In State v. Gaynor, supra, the court of errors and appeals dealt with the word. It said:
Public policy ordains that a combination designed to wage war upon society shall be dispersed and its members rendered incapable of harm. This is the objective of section 4 . . . and it is therefore a valid exercise of the legislative power. . . . The evident aim of this provision was to render penal the association of criminals for the pursuit of criminal enterprises; that is the gist of the legislative expression. It cannot be gainsaid that such was within the competency of the legislature; the mere statement of the purpose carries justification of the act. . . . If society cannot impose such taint of illegality upon the confederation of convicted criminals, who have no lawful occupation, under circumstances denoting . . . the pursuit of criminal objectives, it is helpless against one of the most menacing forms of evil activity. . . . The primary function of government . . . is to render security to its subjects.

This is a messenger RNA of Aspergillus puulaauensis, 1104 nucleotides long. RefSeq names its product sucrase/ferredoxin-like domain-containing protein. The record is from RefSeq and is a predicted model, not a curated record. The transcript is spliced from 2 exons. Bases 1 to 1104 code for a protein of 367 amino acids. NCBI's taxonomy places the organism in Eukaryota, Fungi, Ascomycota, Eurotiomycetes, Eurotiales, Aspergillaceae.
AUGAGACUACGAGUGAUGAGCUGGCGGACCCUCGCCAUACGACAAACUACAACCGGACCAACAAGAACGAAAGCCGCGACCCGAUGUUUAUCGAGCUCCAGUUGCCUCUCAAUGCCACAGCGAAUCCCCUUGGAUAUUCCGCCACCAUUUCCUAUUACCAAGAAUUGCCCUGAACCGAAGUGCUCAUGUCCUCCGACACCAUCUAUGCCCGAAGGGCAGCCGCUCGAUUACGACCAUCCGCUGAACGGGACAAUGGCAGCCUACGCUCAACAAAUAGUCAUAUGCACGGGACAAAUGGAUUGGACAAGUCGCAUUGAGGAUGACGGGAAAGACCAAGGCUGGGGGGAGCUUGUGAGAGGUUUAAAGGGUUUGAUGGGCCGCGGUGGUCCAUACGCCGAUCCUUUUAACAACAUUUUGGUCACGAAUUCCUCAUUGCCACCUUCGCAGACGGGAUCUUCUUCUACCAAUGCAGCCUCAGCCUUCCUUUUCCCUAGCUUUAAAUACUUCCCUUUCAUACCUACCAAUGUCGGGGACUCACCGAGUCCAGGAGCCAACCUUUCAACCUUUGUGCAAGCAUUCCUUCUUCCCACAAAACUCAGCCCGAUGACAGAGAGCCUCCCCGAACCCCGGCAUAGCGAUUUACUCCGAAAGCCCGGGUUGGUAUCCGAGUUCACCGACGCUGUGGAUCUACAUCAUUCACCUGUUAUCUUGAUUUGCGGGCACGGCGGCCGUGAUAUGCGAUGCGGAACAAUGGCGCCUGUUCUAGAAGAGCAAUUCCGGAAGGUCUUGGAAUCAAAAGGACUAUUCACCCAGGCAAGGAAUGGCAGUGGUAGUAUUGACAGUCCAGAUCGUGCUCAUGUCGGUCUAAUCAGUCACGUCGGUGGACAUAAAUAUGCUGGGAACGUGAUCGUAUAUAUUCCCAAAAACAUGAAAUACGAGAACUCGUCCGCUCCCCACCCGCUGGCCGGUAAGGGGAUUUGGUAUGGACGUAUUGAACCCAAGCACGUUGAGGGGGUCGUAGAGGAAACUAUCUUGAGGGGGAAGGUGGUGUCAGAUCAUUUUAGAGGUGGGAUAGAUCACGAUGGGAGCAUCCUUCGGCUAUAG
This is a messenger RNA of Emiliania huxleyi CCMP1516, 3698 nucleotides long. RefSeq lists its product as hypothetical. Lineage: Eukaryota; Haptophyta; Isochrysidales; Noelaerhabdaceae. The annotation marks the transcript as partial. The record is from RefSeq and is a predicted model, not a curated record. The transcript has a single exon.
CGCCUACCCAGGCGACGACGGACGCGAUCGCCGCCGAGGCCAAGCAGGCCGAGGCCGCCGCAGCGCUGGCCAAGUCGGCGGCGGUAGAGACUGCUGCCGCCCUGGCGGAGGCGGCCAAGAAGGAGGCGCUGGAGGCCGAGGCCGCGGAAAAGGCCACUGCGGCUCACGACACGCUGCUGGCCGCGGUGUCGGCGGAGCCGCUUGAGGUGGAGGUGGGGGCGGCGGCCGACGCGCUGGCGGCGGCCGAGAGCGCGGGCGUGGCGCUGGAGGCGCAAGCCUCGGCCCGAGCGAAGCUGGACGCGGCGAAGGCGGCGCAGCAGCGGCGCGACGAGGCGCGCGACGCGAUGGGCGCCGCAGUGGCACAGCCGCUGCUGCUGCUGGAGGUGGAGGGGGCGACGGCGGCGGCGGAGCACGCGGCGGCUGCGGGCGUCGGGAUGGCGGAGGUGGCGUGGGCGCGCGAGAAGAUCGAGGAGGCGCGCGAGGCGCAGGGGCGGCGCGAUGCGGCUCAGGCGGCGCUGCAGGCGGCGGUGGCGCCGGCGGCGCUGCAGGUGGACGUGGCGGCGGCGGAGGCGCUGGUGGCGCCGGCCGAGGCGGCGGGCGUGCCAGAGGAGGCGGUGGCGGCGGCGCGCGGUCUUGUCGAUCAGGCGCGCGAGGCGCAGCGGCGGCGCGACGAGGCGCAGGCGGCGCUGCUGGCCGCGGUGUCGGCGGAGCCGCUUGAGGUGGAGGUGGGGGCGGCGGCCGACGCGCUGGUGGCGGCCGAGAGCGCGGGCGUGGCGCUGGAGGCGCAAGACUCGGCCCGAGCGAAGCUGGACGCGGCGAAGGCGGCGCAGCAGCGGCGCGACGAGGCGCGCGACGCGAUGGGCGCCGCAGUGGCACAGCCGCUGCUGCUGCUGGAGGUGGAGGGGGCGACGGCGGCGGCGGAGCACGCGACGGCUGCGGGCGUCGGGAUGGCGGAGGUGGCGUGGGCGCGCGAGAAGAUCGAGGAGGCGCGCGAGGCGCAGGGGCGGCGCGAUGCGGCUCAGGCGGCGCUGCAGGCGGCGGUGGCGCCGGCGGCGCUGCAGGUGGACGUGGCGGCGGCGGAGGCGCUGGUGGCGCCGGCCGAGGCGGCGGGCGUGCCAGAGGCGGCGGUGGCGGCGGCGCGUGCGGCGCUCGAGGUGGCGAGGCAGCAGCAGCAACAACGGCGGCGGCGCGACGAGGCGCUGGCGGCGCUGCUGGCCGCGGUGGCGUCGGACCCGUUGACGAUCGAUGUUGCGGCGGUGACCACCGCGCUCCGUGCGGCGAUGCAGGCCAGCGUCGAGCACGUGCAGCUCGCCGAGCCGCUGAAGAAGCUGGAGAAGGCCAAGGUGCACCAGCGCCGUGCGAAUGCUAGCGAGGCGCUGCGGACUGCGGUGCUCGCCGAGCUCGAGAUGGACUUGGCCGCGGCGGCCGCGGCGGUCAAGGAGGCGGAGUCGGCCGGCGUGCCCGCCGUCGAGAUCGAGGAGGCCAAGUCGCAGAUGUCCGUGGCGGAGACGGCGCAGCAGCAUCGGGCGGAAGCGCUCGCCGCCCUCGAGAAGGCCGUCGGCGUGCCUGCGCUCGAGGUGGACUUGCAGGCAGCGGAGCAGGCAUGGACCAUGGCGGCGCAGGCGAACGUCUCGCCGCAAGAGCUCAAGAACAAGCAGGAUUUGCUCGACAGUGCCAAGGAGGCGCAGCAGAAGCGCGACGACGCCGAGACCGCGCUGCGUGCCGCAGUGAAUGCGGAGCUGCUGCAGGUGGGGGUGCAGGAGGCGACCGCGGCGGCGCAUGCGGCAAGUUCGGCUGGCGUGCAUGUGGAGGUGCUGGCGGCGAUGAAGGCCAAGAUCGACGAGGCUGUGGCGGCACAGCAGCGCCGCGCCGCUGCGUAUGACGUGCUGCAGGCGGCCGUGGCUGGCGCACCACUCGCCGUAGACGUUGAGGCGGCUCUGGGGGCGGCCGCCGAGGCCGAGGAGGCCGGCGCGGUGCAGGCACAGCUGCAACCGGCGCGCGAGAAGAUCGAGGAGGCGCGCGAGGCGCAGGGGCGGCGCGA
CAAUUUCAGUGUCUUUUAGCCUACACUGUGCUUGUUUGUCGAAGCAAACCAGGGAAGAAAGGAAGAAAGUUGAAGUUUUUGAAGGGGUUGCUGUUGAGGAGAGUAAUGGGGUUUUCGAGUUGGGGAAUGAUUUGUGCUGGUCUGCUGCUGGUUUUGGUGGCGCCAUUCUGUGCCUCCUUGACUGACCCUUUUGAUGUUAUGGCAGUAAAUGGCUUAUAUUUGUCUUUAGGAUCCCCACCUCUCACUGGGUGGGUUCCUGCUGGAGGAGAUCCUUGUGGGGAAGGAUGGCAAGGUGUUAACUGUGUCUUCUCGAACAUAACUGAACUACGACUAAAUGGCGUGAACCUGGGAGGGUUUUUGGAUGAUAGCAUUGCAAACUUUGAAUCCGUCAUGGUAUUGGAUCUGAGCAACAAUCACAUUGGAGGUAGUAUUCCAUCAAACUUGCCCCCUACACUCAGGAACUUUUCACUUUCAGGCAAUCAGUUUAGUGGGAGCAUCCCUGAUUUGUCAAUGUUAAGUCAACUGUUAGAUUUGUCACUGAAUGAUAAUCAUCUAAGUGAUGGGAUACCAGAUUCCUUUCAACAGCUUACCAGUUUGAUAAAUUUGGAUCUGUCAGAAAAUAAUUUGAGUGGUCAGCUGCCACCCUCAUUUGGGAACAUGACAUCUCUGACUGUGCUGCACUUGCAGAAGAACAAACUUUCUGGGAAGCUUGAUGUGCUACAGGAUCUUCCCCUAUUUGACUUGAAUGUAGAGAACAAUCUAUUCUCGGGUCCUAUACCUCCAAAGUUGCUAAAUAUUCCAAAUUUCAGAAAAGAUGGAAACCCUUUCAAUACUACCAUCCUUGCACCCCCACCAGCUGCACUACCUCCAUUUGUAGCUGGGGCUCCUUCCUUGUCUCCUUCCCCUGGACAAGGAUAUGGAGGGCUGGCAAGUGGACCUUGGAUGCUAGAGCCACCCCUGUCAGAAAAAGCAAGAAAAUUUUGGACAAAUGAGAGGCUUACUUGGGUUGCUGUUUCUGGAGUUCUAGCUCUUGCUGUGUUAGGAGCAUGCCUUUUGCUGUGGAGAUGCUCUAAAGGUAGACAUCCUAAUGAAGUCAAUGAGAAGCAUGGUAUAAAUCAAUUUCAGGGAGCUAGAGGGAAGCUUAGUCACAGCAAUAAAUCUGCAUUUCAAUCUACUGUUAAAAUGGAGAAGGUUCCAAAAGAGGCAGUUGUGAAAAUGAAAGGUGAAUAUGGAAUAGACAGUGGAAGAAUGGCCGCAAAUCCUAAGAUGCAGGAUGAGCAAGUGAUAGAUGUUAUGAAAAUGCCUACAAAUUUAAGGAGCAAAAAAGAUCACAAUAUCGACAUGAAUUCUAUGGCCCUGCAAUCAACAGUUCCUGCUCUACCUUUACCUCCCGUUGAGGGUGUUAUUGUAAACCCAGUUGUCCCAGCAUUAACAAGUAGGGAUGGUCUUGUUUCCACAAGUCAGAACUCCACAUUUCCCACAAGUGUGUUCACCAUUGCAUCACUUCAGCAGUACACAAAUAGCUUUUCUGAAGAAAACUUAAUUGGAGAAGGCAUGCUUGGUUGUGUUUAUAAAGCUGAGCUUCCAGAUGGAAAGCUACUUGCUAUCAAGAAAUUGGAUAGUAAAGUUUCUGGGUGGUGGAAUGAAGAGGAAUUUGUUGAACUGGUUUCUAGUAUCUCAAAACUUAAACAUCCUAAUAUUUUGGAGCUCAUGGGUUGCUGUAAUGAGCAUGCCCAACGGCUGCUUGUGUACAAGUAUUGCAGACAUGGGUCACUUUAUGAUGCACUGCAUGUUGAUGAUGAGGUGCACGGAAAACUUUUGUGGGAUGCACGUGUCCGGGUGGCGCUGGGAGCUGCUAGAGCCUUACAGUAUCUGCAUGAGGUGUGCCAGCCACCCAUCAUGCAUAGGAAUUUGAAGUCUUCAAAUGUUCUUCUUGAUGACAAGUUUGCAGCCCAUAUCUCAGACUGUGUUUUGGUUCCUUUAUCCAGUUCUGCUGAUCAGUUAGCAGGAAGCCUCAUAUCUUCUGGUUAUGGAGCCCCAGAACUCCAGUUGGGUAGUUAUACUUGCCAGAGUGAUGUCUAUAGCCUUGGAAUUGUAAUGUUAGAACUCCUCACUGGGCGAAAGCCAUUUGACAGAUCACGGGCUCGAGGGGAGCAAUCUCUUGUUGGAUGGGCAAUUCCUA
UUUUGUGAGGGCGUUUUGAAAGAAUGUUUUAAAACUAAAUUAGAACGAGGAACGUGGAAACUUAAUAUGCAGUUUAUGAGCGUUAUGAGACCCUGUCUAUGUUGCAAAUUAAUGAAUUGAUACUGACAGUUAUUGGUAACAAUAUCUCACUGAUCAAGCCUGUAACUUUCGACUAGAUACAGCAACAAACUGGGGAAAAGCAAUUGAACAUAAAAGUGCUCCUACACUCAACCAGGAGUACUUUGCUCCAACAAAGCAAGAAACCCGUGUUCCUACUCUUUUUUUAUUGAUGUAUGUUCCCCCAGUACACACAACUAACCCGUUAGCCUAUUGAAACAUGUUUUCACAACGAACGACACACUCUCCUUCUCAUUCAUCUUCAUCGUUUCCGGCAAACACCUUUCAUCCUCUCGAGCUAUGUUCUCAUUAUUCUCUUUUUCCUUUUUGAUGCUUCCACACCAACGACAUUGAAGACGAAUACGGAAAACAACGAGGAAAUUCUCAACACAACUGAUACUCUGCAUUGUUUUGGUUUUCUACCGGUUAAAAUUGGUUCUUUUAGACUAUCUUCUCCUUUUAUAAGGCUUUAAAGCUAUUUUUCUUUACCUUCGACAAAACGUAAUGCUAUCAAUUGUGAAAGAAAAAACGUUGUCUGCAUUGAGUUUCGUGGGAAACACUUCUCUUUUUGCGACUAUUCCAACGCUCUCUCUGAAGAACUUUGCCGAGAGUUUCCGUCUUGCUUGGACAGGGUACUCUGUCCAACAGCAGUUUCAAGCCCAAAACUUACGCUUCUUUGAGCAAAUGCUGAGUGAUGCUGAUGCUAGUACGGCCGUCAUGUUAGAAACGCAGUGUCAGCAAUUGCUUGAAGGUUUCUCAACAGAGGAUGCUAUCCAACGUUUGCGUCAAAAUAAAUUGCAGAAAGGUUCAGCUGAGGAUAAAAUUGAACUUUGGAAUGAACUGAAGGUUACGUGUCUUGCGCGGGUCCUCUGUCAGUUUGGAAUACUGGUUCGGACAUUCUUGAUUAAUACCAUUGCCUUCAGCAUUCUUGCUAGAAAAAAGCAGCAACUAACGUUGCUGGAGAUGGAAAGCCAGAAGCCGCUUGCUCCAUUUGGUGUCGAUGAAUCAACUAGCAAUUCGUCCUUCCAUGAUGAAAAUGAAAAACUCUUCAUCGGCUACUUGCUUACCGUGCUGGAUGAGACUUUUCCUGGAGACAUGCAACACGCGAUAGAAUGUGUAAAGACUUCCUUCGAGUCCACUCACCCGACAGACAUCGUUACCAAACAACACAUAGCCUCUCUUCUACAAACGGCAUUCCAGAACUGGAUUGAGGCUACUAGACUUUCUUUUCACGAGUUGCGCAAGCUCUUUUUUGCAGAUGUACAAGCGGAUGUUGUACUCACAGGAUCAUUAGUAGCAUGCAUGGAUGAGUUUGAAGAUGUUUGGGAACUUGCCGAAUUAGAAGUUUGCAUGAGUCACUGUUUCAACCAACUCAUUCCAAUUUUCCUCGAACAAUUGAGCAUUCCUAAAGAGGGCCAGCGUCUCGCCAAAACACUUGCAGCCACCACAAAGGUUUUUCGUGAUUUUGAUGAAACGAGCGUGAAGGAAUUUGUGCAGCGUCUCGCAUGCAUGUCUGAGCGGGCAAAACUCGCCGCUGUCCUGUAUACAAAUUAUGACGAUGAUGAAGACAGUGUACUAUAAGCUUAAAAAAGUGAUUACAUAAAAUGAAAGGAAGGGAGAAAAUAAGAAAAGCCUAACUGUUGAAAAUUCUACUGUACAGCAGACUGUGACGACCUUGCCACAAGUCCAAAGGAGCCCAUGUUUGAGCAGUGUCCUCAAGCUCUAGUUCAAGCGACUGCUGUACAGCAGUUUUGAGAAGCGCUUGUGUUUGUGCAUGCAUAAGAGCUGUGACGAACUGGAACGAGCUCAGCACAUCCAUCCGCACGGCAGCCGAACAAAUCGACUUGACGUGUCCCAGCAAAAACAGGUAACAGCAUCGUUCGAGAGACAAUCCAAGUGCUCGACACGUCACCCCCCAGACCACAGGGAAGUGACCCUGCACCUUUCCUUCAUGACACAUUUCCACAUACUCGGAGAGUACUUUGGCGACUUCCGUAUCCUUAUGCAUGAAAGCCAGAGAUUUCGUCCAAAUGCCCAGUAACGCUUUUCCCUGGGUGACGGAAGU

Then undertaking to find the meaning of "gang" as used in the challenged enactment, the opinion states:
In the construction of the provision, the word is to be given a meaning consistent with the general object of the statute. In its original sense, it signifies action -- "to go;" in its modern usage, without qualification, it denotes -- in common intent and understanding -- criminal action. It is defined as "a company of persons acting together for some purpose, usually criminal," while the term "gangster" is defined as "a member of a gang of roughs, hireling criminals, thieves, or the like." Webster's New International Dictionary [59 S.Ct. 621] (2d ed.). And the Oxford English Dictionary likewise defines the word "gang" as "any company of persons who go about together or act in concert [in modern use mainly for criminal purposes]." Such is plainly the legislative sense of the term.
If worded in accordance with the court's explication, the challenged provision would read as follows:
Any person not engaged in any lawful occupation, known to be a member of any gang consisting of two or more persons (meaning a company of persons acting together for...